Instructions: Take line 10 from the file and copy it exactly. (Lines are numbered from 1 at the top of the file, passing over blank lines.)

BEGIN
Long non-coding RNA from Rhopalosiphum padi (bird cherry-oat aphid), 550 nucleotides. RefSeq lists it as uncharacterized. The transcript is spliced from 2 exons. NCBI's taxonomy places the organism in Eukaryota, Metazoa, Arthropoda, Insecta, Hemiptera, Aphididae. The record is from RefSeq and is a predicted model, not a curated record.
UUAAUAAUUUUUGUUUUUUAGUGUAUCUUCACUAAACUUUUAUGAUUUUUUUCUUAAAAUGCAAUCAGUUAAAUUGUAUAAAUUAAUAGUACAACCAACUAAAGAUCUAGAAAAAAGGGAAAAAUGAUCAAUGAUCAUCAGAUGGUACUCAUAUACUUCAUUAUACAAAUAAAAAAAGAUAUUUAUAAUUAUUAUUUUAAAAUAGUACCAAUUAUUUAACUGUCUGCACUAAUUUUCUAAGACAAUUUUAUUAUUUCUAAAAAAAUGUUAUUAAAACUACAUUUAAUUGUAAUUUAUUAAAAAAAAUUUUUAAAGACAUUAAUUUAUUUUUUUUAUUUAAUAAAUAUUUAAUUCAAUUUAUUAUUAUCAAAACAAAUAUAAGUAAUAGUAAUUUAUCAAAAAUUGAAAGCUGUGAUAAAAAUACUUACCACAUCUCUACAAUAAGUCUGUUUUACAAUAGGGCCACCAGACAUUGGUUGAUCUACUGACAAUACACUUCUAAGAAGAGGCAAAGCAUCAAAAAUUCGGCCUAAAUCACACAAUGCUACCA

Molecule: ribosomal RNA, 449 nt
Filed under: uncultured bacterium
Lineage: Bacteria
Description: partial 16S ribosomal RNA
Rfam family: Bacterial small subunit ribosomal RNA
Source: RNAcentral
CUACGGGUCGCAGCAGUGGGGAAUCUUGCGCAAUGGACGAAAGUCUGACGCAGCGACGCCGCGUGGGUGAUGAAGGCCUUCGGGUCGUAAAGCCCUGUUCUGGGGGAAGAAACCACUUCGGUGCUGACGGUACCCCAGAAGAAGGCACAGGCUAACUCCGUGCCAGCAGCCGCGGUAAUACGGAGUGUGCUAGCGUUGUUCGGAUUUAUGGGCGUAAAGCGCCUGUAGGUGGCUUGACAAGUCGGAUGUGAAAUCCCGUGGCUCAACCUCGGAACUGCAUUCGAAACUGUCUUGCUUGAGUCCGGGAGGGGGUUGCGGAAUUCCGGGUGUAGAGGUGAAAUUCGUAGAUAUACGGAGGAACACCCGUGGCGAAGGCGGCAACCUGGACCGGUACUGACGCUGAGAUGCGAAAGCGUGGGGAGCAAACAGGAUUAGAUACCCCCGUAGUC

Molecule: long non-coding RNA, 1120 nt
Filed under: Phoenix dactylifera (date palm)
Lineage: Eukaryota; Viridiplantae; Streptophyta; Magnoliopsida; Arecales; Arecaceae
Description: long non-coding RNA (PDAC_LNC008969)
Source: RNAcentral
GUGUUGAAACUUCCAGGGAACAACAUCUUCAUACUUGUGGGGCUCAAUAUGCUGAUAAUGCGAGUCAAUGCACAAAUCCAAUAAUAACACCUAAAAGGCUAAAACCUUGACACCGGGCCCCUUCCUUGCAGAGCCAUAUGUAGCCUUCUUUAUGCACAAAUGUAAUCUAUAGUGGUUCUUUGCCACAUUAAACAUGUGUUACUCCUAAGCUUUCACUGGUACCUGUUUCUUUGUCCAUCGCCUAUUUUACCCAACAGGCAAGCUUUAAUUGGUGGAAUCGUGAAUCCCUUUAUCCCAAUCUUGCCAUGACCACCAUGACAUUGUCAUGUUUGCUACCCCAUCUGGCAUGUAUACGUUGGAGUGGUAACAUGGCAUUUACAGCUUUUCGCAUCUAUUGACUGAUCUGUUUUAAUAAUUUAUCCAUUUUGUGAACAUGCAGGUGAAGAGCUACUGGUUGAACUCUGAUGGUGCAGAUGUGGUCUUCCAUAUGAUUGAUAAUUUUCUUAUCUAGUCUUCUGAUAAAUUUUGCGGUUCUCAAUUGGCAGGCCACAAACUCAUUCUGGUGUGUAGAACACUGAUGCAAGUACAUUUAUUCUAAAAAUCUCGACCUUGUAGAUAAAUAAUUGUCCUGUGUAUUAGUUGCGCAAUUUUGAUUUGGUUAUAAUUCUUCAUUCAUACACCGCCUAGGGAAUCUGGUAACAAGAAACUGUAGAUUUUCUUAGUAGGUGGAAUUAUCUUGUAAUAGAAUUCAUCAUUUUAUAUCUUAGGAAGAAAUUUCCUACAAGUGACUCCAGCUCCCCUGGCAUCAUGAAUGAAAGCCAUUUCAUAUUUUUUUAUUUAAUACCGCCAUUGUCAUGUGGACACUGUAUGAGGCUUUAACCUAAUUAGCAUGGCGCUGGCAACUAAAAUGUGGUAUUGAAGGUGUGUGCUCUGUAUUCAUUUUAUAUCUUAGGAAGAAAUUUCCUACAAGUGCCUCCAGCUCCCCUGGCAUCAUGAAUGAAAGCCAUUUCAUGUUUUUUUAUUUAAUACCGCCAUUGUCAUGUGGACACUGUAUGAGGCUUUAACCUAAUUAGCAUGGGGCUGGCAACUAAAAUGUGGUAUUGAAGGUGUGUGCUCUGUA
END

Molecule: long non-coding RNA, 1120 nt